RWJF's New Jersey Health Initiatives Program: STEPS for Kids

Emily Turnure relates how the program approaches the fight against childhood obesity.

South Jersey Healthcare (SJH) was awarded a three-year grant (2007-2010) from the Robert Wood Johnson Foundation (RWJF) through its New Jersey Health Initiatives program. The funds were used to establish STEPS (Success through Exercise, Physical fitness and Sharing information) a community-based child obesity program developed through a partnership between SJH, a local school district and the Cumberland Cape Atlantic YMCA.

Cumberland County ranks lowest of all 21 New Jersey counties in health outcomes, health factors, health behaviors (i.e., tobacco use, diet, exercise, alcohol use and sexually transmitted infections), social and economic factors and physical environment (NJ County Health Rankings, 2012). Residents of this county fall below state averages in education, with only 79 percent of the population having a high school diploma, compared to 89 percent statewide.

The grant allowed SJH and its partners to bring to life a program that would be dedicated to the children and parents of our community who truly needed help to fight an epidemic in our community. The STEPS programming has given the children of Cumberland County a choice in changing their health and promotes the involvement of the parents as role models for our children.

The STEPS program follows the format of the Health Intervention Program (HIP) developed by the YMCA of Brandywine Valley, Pa. HIP is a 12-week program for children ages 8 through 12 with a body mass index (BMI) at or above the 85th percentile for their age and gender. Parent participation is required.

The STEPS program meets weekly in Vineland and Bridgeton, N.J. During each class, an exercise specialist engages children in interactive activities; a nutrition expert discusses healthy food choices; and parents receive information on how to make family lifestyle changes in diet and exercise that addresses their child’s obesity and overall health. Pre- and post-fitness evaluations are performed on the children to assess program effectiveness. Over the three-year grant (2007-2010), 190 children, plus parents and guardians, were enrolled in the program with about 60 percent completion rate. Of those, about 27 percent were African American/Black, 36 percent Hispanic and 36 percent non-Hispanic white. More than half of the children completing the program had lower BMI.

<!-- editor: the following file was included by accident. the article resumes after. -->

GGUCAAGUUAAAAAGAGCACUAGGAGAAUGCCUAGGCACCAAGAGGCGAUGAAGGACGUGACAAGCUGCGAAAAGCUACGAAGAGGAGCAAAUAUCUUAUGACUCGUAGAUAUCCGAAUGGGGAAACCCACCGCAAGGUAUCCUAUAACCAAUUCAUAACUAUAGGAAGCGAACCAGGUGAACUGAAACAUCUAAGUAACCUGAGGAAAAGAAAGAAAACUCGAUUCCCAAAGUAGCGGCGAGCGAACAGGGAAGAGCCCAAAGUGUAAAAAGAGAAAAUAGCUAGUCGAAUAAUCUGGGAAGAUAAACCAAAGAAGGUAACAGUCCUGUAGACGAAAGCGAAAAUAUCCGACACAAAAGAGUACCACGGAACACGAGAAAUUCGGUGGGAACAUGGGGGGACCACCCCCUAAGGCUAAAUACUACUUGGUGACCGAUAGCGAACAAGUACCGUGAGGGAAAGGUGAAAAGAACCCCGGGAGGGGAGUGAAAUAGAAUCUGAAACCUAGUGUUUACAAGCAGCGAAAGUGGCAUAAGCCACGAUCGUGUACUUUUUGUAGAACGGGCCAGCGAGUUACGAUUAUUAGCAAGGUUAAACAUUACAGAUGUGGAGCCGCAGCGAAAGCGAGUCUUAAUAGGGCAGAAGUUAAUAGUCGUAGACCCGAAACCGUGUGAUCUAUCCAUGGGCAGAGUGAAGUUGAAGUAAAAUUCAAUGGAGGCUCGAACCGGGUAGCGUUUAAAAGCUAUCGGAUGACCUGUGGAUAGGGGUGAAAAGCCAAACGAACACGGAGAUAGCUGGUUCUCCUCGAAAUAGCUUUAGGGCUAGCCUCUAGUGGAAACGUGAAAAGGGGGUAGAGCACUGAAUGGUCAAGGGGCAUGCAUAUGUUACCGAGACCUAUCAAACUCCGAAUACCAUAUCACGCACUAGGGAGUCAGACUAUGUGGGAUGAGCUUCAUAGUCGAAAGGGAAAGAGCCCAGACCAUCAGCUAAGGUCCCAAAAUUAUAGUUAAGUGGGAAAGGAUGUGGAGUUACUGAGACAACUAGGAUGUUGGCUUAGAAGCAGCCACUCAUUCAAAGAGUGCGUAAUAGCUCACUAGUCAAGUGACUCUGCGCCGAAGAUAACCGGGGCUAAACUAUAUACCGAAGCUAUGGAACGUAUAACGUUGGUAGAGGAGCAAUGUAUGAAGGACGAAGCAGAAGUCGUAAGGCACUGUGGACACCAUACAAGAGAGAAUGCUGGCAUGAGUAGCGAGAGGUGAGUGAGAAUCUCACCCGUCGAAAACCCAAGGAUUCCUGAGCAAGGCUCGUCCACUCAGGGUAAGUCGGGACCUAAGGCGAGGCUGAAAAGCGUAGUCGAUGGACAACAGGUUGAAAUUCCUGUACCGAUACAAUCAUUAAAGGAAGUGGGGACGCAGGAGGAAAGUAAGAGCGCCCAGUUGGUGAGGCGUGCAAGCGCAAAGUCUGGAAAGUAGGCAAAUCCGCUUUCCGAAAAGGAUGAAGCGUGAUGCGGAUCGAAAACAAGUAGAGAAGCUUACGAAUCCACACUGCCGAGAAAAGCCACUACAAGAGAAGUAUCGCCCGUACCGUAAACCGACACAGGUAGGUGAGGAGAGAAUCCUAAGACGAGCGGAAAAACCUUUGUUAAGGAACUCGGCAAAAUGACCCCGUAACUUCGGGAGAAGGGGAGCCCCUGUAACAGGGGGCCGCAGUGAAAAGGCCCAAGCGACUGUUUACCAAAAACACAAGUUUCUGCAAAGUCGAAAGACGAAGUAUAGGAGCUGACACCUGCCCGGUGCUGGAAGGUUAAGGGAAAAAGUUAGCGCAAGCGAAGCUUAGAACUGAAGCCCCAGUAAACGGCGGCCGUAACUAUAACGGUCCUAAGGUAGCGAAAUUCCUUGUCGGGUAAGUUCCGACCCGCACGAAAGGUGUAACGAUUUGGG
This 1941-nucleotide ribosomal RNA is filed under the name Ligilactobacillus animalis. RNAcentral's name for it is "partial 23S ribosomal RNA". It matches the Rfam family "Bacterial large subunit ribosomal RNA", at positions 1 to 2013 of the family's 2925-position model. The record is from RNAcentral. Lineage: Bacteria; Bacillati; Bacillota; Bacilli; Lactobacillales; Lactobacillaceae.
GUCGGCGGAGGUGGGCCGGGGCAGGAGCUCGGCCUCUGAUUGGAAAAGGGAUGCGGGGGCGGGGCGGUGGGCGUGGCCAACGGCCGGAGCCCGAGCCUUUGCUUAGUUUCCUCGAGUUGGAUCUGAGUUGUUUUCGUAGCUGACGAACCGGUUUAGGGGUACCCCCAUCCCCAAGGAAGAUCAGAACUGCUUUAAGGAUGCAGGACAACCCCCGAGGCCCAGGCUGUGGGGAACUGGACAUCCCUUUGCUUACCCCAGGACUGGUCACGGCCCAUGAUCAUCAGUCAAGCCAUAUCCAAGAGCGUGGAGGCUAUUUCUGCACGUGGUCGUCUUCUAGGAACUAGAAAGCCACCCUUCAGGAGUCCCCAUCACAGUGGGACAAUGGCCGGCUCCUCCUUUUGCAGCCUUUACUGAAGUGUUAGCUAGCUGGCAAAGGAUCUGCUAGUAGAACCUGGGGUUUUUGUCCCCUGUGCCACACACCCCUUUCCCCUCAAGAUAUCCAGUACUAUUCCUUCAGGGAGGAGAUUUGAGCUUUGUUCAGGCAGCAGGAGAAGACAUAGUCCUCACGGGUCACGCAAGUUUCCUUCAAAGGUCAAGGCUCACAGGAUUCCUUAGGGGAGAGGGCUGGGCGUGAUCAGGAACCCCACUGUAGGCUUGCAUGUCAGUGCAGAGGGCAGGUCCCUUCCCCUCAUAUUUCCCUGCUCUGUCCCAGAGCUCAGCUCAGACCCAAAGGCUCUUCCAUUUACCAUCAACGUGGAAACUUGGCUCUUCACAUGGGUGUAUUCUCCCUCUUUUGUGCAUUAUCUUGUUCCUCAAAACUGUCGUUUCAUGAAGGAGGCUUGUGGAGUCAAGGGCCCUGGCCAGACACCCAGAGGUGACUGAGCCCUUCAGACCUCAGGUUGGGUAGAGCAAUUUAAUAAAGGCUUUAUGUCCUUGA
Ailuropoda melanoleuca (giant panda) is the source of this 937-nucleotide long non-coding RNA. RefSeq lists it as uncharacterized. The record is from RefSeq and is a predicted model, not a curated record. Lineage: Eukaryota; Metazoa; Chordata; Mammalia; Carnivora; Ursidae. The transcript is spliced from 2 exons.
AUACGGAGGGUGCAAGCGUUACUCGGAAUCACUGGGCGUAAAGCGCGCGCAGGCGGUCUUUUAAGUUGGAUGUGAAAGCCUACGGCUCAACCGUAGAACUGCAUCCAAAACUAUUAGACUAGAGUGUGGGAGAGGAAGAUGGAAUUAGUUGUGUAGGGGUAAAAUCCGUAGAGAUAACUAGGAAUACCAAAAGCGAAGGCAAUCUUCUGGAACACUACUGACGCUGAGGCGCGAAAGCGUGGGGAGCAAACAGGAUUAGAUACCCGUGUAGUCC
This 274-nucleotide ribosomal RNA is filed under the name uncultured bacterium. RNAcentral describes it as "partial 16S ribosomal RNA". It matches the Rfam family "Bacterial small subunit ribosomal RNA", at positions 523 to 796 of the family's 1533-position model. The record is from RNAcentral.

Since completion of the grant, SJH has assumed full support for the program. In 2011 and 2012, an additional 174 children, plus parents, enrolled in the program with a 54 percent completion rate. The National Initiative for Children’s Healthcare Quality (NICHQ) has modified the Childhood Obesity Chronic Care Model to make it specific to children’s health care. The result is a conceptual framework for child health that has been used in many of NICHQ’s Obesity Chronic Care Model programs. The STEPS program won the 2010 award for Outstanding Contributor to Childhood Obesity Program from NICHQ as well as a Community Fitness Innovation Award for the American Heart Association.

Awards aside, it is the faces of the children and parents alike at each graduation ceremony that captures the success of this program. Children who complete the program receive a graduation certificate, STEPS T-shirt, and a sports gift.

Photos are taken and everyone enjoys a nutritious food tasting. Both children and parents ask to repeat to the program. The program is fun, interactive and everyone learns how to make healthier choices.